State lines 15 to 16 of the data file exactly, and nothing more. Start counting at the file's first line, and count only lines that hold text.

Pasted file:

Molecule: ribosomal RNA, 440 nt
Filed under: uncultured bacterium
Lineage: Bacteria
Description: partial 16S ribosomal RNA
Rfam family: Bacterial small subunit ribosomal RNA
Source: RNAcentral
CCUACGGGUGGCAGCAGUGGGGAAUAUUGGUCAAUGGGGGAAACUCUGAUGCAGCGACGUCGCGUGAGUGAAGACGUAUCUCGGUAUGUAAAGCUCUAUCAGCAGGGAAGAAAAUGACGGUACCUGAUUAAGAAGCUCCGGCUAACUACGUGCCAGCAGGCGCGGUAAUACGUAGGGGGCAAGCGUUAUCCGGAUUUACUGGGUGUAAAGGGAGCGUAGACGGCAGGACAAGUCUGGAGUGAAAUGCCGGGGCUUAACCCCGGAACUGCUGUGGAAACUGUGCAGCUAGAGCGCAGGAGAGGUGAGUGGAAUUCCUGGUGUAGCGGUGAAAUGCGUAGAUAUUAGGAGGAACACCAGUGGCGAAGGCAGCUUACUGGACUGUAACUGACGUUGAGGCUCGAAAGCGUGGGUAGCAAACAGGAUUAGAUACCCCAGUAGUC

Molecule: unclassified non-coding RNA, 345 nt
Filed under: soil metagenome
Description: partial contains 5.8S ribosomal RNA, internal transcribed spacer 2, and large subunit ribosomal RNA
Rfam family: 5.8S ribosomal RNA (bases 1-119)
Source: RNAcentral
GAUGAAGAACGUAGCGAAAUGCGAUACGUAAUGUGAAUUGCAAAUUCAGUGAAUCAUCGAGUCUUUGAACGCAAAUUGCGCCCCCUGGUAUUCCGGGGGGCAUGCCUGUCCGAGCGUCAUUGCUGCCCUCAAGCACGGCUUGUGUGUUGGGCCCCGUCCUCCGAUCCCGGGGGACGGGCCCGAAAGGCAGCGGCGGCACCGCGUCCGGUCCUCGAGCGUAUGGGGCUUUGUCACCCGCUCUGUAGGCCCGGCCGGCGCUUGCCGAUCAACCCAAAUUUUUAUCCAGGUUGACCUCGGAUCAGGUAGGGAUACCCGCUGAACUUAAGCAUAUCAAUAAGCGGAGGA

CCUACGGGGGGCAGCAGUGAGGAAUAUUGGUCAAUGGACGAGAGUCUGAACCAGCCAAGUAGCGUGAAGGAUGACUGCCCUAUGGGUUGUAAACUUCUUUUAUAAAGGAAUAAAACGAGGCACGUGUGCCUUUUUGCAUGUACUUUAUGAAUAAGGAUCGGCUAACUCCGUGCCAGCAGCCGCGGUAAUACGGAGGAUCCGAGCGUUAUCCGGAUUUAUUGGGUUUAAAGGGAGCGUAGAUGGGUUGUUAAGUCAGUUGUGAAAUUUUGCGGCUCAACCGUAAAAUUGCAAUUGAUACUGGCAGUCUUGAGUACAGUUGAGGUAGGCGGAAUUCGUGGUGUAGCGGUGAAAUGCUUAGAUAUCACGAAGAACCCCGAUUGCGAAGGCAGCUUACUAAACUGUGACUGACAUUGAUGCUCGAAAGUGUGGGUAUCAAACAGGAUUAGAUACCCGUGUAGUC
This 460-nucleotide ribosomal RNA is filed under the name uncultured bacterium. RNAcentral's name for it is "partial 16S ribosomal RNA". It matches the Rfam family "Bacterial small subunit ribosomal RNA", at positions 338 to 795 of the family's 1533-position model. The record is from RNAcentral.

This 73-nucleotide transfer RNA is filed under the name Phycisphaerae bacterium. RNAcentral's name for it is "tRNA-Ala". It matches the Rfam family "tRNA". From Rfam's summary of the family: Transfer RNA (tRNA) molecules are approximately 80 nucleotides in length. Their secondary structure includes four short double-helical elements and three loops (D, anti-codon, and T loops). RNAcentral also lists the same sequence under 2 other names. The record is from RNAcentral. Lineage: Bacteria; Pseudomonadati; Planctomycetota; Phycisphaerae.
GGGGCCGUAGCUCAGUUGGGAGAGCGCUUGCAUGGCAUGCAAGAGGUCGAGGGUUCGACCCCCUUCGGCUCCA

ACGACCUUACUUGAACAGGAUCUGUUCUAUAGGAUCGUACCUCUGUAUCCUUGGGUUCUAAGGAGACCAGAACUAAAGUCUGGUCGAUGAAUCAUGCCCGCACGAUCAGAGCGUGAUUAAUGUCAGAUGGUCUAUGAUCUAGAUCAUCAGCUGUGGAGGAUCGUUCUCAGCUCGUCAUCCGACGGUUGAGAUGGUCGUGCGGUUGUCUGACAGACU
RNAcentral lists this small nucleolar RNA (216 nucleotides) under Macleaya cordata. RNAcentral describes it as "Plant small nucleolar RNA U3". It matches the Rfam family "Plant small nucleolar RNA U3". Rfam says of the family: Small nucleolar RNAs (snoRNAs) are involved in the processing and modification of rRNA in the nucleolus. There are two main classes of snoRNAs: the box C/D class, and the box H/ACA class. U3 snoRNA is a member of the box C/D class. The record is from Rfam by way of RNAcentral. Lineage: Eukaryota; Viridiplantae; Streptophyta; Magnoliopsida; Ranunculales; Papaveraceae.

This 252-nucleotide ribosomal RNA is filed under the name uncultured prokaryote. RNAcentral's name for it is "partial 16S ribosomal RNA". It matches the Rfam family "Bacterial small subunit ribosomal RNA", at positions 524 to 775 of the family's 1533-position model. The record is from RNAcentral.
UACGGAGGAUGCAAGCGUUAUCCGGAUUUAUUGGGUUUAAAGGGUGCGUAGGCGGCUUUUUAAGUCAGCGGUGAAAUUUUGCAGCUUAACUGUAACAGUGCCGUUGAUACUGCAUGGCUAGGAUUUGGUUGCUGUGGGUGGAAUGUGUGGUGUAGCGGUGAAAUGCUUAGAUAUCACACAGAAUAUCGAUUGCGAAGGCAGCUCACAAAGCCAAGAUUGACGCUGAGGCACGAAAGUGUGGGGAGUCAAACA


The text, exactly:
This 460-nucleotide ribosomal RNA is filed under the name uncultured bacterium. RNAcentral's name for it is "partial 16S ribosomal RNA". It matches the Rfam family "Bacterial small subunit ribosomal RNA", at positions 338 to 795 of the family's 1533-position model. The record is from RNAcentral.

This 73-nucleotide transfer RNA is filed under the name Phycisphaerae bacterium. RNAcentral's name for it is "tRNA-Ala". It matches the Rfam family "tRNA". From Rfam's summary of the family: Transfer RNA (tRNA) molecules are approximately 80 nucleotides in length. Their secondary structure includes four short double-helical elements and three loops (D, anti-codon, and T loops). RNAcentral also lists the same sequence under 2 other names. The record is from RNAcentral. Lineage: Bacteria; Pseudomonadati; Planctomycetota; Phycisphaerae.